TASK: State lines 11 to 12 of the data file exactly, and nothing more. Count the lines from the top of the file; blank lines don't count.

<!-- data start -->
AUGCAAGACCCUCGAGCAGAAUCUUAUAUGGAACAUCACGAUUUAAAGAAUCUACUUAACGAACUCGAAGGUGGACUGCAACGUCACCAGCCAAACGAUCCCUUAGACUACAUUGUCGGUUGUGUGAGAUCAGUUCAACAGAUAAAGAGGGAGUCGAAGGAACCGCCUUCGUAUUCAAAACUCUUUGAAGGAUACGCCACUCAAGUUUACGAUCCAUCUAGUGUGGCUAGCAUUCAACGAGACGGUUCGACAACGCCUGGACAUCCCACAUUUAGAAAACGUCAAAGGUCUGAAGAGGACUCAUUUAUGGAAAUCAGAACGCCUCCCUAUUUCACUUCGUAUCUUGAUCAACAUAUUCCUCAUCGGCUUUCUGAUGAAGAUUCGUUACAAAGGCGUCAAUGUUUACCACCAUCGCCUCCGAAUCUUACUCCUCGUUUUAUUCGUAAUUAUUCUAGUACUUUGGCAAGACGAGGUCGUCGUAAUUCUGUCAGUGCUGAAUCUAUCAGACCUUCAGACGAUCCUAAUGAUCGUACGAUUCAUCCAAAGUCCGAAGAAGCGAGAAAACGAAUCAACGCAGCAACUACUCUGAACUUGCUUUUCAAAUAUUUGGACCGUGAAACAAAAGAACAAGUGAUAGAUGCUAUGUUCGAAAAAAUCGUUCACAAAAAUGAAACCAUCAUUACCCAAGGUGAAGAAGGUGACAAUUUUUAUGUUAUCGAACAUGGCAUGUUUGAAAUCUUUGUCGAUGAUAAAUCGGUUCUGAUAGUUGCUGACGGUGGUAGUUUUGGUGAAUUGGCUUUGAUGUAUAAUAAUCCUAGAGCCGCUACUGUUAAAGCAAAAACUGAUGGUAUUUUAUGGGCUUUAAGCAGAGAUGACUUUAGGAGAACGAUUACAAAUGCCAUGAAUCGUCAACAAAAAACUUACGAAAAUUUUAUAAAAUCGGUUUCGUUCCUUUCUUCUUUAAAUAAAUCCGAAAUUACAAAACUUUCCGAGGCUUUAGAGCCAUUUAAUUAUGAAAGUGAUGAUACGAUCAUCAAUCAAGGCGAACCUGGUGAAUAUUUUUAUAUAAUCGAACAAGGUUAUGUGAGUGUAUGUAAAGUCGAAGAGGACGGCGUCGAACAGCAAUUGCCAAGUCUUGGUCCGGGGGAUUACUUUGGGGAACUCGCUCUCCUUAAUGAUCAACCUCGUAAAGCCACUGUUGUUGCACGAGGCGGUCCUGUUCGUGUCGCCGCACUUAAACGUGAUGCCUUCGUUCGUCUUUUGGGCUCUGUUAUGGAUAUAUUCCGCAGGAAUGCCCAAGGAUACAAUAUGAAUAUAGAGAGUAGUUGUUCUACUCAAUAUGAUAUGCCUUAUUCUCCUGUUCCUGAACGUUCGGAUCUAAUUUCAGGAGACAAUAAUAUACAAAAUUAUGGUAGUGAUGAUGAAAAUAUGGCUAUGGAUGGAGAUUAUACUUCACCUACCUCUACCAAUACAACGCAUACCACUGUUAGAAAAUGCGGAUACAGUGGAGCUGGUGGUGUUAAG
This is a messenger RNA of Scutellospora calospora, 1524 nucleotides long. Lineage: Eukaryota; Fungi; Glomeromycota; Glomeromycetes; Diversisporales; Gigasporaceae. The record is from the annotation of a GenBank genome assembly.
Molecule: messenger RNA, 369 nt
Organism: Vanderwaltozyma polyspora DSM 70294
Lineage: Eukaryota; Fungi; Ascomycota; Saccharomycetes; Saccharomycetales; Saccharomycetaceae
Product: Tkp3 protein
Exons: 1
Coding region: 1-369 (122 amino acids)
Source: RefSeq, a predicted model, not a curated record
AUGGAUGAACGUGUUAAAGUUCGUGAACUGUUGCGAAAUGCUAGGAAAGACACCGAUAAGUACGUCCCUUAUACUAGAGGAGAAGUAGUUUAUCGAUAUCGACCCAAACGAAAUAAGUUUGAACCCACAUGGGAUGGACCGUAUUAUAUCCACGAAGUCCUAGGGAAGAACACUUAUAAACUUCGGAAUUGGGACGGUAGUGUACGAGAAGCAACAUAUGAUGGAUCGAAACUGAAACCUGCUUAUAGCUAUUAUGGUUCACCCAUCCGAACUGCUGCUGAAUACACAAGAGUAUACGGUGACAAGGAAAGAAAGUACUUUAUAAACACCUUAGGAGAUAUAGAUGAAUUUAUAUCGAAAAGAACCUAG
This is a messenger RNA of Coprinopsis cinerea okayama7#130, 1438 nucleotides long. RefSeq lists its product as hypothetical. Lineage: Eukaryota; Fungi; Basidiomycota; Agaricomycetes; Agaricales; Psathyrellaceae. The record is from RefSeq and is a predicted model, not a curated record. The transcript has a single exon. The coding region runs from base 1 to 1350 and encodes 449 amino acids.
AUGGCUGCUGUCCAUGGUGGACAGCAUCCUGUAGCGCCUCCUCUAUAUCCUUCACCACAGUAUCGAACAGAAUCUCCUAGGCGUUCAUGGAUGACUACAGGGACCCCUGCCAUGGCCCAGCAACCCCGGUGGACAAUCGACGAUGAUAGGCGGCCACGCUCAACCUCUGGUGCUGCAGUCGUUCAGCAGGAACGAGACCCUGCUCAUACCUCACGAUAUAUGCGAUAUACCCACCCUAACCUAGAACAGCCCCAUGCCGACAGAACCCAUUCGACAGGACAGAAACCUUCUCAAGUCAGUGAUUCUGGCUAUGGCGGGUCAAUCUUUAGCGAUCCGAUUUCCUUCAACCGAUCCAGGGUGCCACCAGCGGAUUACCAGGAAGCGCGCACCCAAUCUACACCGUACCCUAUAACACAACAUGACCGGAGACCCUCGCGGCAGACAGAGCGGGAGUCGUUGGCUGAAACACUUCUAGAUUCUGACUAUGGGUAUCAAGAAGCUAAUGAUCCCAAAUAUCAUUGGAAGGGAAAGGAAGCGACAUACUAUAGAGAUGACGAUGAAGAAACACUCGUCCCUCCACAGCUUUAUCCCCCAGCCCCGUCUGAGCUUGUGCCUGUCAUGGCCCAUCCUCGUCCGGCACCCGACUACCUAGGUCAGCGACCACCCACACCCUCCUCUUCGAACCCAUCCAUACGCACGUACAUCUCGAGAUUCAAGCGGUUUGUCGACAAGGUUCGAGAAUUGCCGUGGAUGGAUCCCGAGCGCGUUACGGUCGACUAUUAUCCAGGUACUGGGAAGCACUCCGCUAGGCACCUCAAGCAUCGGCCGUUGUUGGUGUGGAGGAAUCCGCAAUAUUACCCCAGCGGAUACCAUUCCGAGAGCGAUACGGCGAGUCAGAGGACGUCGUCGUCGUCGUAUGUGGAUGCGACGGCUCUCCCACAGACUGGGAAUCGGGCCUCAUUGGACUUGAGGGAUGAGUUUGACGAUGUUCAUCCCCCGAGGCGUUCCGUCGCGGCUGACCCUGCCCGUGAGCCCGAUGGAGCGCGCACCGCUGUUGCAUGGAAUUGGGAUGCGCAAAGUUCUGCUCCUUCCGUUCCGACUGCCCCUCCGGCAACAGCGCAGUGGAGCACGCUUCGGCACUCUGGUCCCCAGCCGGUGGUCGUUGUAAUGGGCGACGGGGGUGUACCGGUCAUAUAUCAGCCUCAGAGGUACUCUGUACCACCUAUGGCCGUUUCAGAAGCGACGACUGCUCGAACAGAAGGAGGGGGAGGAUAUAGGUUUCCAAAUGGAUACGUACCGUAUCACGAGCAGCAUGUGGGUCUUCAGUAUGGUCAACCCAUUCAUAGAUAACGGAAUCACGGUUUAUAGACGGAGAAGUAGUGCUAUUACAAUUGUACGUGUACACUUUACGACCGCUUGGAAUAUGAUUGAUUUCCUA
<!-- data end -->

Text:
This is a messenger RNA of Coprinopsis cinerea okayama7#130, 1438 nucleotides long. RefSeq lists its product as hypothetical. Lineage: Eukaryota; Fungi; Basidiomycota; Agaricomycetes; Agaricales; Psathyrellaceae. The record is from RefSeq and is a predicted model, not a curated record. The transcript has a single exon. The coding region runs from base 1 to 1350 and encodes 449 amino acids.
AUGGCUGCUGUCCAUGGUGGACAGCAUCCUGUAGCGCCUCCUCUAUAUCCUUCACCACAGUAUCGAACAGAAUCUCCUAGGCGUUCAUGGAUGACUACAGGGACCCCUGCCAUGGCCCAGCAACCCCGGUGGACAAUCGACGAUGAUAGGCGGCCACGCUCAACCUCUGGUGCUGCAGUCGUUCAGCAGGAACGAGACCCUGCUCAUACCUCACGAUAUAUGCGAUAUACCCACCCUAACCUAGAACAGCCCCAUGCCGACAGAACCCAUUCGACAGGACAGAAACCUUCUCAAGUCAGUGAUUCUGGCUAUGGCGGGUCAAUCUUUAGCGAUCCGAUUUCCUUCAACCGAUCCAGGGUGCCACCAGCGGAUUACCAGGAAGCGCGCACCCAAUCUACACCGUACCCUAUAACACAACAUGACCGGAGACCCUCGCGGCAGACAGAGCGGGAGUCGUUGGCUGAAACACUUCUAGAUUCUGACUAUGGGUAUCAAGAAGCUAAUGAUCCCAAAUAUCAUUGGAAGGGAAAGGAAGCGACAUACUAUAGAGAUGACGAUGAAGAAACACUCGUCCCUCCACAGCUUUAUCCCCCAGCCCCGUCUGAGCUUGUGCCUGUCAUGGCCCAUCCUCGUCCGGCACCCGACUACCUAGGUCAGCGACCACCCACACCCUCCUCUUCGAACCCAUCCAUACGCACGUACAUCUCGAGAUUCAAGCGGUUUGUCGACAAGGUUCGAGAAUUGCCGUGGAUGGAUCCCGAGCGCGUUACGGUCGACUAUUAUCCAGGUACUGGGAAGCACUCCGCUAGGCACCUCAAGCAUCGGCCGUUGUUGGUGUGGAGGAAUCCGCAAUAUUACCCCAGCGGAUACCAUUCCGAGAGCGAUACGGCGAGUCAGAGGACGUCGUCGUCGUCGUAUGUGGAUGCGACGGCUCUCCCACAGACUGGGAAUCGGGCCUCAUUGGACUUGAGGGAUGAGUUUGACGAUGUUCAUCCCCCGAGGCGUUCCGUCGCGGCUGACCCUGCCCGUGAGCCCGAUGGAGCGCGCACCGCUGUUGCAUGGAAUUGGGAUGCGCAAAGUUCUGCUCCUUCCGUUCCGACUGCCCCUCCGGCAACAGCGCAGUGGAGCACGCUUCGGCACUCUGGUCCCCAGCCGGUGGUCGUUGUAAUGGGCGACGGGGGUGUACCGGUCAUAUAUCAGCCUCAGAGGUACUCUGUACCACCUAUGGCCGUUUCAGAAGCGACGACUGCUCGAACAGAAGGAGGGGGAGGAUAUAGGUUUCCAAAUGGAUACGUACCGUAUCACGAGCAGCAUGUGGGUCUUCAGUAUGGUCAACCCAUUCAUAGAUAACGGAAUCACGGUUUAUAGACGGAGAAGUAGUGCUAUUACAAUUGUACGUGUACACUUUACGACCGCUUGGAAUAUGAUUGAUUUCCUA